Eric Van Roekel overlooking cattle

Eric Van Roekel looks over his cattle at his farm near Carmel. Owner of about 600 head of cattle, poor markets and problems with packing plants have brought their share of stress and uncertainty.

CARMELFarming is always a stressful occupation, but the coronavirus has introduced a new wave of uncertainty to the crucial industry.

Farmers in and around Sioux Center have been impacted by the uncertain livestock markets, which were already downward before the restrictions, as well as the reduced operating hours and capacity at meat packing plants.

Stressed is certainly one way to describe 39-year-old Eric Van Roekel. A fifth generation farmer, he raises 600 cattle at his family’s farm near Carmel and custom feeds about 3,600 hogs.

There are many unknowns about what the future will look like — whether it’s the markets, packing plants — and that makes it challenging for farmers like Van Roekel to hedge their bets.

Van Roekel has talked about buying more calves, but there’s no telling how much demand there will be by the time they’re market ready.

“So, it’s like we better stick with what we got,” he said.

His cattle are about two months until they’re market ready, but Van Roekel is changing his marketing plan to spread things out over four months.

As for pigs, he’s had some loads canceled on him. The main thing he’s done to minimize weight gain is to tighten the feeders.

Van Roekel has tried to stay focused on work rather than talking about the markets; talking about that kind of thing means you start to think too much about the negatives and just brings more stress, he said.

“The only thing I can do is prayer,” Van Roekel said. “I hope I’m making the right decisions, and in the end, I’m doing the best I can. To me, the first three, four weeks was tough to grasp what’s going on. Now, it’s just a matter of we just got to settle down here and do the best we can. However the dust settles, we tried.”

Van Roekel has looked at introducing new things at his farm, too, such as starting his own butchering operation. He’s thought about doing such a thing before, but he’s only begun researching all that would go into such an endeavor to see if it’d be worth the investment.

If anything positive comes out of this, Van Roekel hopes it spurs changes in how packing plants operate and maybe even how much producers get from them.

“We’ve built an industry where if one cog goes wrong, it ripples everywhere, to the consumer, to us farmers. It’s pretty reliant,” Van Roekel said. “We’ve said that for the last number of years where if something goes wrong, it could be a bad deal, and here we sit with this.”

Eric Van Roekel feeds the cattle

Carmel farmer Eric Van Roekel brings his tub grinder to his cattle feed bunk.

Pork important

According to the Iowa Pork Producers Association, in 2017 the pork industry alone accounted for 3,736 jobs in Sioux County, bringing in $1.4 billion in sales, $24.6 million in state and local taxes and $55.5 million in federal taxes.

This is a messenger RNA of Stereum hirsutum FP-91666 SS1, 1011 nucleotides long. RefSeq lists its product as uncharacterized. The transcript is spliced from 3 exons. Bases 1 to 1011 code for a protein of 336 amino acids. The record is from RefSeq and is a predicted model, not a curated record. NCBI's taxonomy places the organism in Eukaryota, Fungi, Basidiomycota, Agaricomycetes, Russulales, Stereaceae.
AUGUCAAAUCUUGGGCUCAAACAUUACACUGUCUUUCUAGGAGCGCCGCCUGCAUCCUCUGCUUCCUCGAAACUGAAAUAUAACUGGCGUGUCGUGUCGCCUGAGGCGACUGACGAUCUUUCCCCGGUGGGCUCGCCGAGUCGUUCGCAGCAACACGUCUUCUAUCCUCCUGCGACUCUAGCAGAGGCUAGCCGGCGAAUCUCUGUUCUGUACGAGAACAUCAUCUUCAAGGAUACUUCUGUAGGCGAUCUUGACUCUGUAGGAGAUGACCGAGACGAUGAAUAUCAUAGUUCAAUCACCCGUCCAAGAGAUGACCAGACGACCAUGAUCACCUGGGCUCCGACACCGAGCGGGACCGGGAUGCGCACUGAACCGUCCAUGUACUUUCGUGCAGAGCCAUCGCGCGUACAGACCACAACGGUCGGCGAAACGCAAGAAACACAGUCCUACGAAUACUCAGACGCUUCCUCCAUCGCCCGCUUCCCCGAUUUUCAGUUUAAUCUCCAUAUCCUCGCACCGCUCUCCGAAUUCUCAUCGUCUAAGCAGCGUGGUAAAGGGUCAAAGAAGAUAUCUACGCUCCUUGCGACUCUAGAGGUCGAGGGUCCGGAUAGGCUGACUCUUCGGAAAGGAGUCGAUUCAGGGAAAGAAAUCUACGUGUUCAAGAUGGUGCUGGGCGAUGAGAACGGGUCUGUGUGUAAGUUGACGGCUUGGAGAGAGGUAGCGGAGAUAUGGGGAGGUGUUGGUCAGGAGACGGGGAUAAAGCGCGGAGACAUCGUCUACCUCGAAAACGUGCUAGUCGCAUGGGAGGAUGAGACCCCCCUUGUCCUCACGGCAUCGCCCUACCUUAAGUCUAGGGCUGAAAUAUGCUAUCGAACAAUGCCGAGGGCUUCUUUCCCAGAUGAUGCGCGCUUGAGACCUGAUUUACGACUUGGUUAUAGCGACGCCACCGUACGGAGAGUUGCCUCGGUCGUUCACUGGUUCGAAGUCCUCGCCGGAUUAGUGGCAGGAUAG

Those same 2017 numbers indicate 413 hog farms in Sioux County, raising a total of 1.2 million hogs.

Tim Schmidt of Hawarden serves as the president of the Sioux County Pork Producers Association, in addition to being a hog farmer himself.

He manages a 225 sow farrow-to-finish operation.

The time that sticks out in Schmidt’s mind is Easter weekend, when Smithfield Foods in Sioux Falls, SD, announced it would close indefinitely due to an outbreak of the coronavirus among its workers. With more than 800 employees, the plant remained closed for about three weeks before partially reopening last week, according to the Argus Leader.

By Monday, April 13, the markets really saw a hit, Schmidt said, but plants had been lagging before then, too.

“There were slow downs at many of the plants with absenteeism in the workforce. I’ve heard stories of loads getting canceled and a lot of them rescheduled for later,” Schmidt said. “But things were slowing down, slowing down to the point where people were falling behind in their marketing and the plants were falling behind in their kills. That had been happening probably since about the third of March.”

And farmers are left with few options for market-ready livestock.

For hogs, that means keeping them in the barns for a few extra weeks, increasing food and water expenses, in addition to other care.

“Guys are walking through and making sure everything is OK with them, and that continues every single day. Every day past that expected day of marketing is just added time and expense into that,” Schmidt said.

Farmers have turned to several tricks to reduce the weight pigs are putting on in the meantime.

“A hog feeder has a bit of a gate that lets feed out at a certain level. They lower that down so it just comes out at a real trickle, and the pigs need to work a bit harder to get that out of there. They’ve got that down as tight as they can so that the pigs are still having their nutritional needs met but are having to work a bit harder,” Schmidt said.

Increasing the temperature of the barns makes the hogs sluggish and reduces activity and appetite.

Fiber could be added in the diet, reducing the energy in their food. Likewise, cuts on protein could be made.

“I was talking with a producer who had a large number of hogs who were shipping directly to Sioux Falls. That was shut off,” Schmidt said. “He’s been able to move some of them to various other states, and basically, he’s been able to get his trucking paid for, but ended up probably giving the hogs away. All that time, effort, labor and income he put in has gone for naught.”

For any farmer or producer feeling overwhelmed, despairing or anxious, Schmidt suggested calling the 24/7 hotline, 1-800-447-1985.

Called the Iowa Concern hotline, it’s an extension and outreach number by the Iowa State University. The corresponding website,, provides further resources.